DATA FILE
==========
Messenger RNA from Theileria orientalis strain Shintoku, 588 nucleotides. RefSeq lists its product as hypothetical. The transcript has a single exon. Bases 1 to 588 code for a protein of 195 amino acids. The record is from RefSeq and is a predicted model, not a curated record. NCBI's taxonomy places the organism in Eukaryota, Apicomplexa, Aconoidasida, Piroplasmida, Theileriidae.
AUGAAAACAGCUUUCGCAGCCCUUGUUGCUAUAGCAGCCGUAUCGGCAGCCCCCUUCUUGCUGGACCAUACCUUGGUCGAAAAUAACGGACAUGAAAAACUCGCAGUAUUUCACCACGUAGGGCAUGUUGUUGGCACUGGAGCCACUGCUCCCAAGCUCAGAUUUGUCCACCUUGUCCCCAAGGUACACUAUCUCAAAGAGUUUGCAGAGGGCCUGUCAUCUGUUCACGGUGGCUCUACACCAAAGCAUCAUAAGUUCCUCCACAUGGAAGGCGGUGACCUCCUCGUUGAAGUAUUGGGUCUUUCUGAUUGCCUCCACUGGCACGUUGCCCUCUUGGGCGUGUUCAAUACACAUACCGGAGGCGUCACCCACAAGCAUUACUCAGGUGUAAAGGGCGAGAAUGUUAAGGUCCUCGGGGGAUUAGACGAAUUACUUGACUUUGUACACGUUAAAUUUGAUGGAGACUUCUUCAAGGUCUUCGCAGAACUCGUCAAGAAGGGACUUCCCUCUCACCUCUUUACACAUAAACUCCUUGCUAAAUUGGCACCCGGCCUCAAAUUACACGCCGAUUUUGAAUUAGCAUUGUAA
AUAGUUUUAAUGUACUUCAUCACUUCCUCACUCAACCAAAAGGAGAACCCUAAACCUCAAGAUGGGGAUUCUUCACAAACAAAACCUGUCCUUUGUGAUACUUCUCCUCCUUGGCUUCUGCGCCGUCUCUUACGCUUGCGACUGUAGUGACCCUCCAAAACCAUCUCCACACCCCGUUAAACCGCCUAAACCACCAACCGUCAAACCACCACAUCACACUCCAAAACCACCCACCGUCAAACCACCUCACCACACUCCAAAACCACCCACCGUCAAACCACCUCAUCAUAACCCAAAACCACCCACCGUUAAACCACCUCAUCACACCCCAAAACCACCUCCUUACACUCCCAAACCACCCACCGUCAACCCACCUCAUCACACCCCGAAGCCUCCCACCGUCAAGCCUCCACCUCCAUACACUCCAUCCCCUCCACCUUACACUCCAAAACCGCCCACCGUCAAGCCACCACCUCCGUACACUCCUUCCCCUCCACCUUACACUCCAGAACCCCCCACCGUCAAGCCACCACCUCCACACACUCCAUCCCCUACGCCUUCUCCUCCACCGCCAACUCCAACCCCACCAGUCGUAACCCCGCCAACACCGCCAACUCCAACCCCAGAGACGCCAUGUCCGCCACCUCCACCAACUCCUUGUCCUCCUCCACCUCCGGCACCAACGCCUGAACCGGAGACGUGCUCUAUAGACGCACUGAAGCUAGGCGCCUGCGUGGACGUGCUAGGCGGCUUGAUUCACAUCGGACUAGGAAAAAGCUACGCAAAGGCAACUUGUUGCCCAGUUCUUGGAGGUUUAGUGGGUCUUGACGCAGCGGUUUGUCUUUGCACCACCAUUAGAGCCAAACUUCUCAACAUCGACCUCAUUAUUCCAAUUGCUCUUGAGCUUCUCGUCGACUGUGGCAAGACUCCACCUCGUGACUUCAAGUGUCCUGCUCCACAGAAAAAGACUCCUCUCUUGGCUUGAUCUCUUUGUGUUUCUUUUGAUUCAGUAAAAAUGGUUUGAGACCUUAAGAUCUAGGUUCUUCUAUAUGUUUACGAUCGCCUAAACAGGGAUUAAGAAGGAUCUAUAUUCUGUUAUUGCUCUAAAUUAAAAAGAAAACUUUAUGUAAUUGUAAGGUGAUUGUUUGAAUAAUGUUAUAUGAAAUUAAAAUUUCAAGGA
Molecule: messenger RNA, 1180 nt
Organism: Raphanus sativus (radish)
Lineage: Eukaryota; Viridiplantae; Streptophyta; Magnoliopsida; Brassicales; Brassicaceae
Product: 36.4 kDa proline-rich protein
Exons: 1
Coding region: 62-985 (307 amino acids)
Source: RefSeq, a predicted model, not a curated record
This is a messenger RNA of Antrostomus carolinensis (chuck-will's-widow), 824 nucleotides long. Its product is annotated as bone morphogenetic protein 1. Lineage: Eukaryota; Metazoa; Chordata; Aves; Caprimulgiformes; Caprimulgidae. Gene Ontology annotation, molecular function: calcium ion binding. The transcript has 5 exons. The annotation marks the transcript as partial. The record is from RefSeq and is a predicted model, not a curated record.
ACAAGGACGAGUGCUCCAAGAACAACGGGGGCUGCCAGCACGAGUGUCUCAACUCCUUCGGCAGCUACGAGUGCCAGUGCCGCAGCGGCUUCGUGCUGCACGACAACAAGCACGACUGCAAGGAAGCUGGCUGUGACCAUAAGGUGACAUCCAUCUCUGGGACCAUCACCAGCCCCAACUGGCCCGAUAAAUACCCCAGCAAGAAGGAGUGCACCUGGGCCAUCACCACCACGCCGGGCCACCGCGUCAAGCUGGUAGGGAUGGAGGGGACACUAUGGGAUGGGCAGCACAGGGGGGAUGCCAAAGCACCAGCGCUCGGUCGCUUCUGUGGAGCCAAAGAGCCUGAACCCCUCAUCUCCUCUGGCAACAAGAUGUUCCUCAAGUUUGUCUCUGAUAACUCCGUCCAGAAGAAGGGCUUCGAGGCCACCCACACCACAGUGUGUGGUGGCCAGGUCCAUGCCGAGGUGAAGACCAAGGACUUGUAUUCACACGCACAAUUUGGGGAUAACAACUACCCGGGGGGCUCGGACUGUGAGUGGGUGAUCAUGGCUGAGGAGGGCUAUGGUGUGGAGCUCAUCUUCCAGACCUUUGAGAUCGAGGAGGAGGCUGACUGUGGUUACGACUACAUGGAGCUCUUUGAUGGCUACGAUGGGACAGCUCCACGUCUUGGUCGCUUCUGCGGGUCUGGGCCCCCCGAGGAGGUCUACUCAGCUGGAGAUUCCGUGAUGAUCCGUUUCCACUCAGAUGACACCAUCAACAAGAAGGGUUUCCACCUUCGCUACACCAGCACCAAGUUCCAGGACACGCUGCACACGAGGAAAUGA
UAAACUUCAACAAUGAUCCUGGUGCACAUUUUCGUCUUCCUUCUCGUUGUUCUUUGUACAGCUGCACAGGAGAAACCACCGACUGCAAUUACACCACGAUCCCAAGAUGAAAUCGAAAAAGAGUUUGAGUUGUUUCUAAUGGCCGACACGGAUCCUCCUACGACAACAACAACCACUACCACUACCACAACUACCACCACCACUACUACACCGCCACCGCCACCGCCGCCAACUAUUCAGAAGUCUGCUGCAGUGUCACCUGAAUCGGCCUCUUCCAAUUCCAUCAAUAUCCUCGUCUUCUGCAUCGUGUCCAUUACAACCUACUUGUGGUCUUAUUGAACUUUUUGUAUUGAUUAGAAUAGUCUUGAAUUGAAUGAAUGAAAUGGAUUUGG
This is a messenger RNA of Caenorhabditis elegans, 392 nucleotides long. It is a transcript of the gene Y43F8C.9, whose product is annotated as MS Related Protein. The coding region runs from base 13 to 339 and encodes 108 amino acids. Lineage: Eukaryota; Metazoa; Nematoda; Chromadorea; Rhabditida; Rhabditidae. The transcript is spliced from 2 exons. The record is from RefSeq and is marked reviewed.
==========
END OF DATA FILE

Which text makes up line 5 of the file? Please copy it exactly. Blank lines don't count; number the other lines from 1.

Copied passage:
Organism: Raphanus sativus (radish)